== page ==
If Iraq’s tumultuous 2005 elections were a trial run at democracy, the current provincial race has main-event flavor, the Washington Post reports. Greater stability has allowed town-hall gatherings, where voters grill some 14,000 candidates running for 440 seats on everything from housing to militarization. And campaign posters, T-shirts and jingles are ubiquitous ahead of the Jan. 31 vote.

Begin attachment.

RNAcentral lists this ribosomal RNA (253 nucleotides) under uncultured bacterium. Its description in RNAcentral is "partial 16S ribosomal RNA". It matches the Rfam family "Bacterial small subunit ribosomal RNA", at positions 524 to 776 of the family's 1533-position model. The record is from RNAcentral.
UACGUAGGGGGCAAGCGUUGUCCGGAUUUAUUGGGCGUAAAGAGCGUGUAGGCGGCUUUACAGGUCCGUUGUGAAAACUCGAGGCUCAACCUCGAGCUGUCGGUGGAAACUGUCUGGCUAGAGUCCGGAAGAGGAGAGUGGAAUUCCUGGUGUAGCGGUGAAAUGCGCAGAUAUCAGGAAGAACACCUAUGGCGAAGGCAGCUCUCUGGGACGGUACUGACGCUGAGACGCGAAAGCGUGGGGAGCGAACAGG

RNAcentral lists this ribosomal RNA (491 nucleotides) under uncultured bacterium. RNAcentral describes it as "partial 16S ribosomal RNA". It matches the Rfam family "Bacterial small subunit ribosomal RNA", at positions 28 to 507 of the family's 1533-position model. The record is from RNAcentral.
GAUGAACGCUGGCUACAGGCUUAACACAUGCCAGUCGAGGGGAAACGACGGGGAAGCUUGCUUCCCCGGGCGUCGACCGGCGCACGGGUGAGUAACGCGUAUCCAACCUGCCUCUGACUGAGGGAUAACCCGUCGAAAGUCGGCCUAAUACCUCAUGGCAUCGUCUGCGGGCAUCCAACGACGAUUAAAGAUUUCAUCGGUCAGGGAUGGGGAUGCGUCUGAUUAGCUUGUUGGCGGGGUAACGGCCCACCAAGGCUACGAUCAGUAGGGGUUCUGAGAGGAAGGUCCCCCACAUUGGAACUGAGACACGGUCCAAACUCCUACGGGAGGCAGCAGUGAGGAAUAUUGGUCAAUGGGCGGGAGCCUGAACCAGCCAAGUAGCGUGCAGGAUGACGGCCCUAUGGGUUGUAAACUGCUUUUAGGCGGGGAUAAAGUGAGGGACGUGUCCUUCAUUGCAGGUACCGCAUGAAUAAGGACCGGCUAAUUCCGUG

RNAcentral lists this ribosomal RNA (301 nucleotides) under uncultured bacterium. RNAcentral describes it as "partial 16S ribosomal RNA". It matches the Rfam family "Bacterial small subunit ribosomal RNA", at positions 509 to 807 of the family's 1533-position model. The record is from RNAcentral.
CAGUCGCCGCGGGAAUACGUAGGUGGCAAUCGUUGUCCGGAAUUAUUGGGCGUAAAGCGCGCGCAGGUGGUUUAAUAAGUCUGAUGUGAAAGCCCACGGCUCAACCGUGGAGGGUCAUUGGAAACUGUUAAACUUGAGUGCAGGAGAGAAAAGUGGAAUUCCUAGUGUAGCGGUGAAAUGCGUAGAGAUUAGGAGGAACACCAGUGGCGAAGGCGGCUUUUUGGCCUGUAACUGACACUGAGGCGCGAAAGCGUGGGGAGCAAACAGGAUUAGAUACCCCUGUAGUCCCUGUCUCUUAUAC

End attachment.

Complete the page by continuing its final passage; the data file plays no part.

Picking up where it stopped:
Unprecedented candidate diversity challenges the establishment. About 30% are women; many are Sunni Arabs who boycotted the last election; and many races pit Shiites against one another. The results will determine the power balance among parties and between central and provincial authorities. Many also see the election as a referendum on Prime Minister Nouri al-Maliki’s party—and thereby his rule.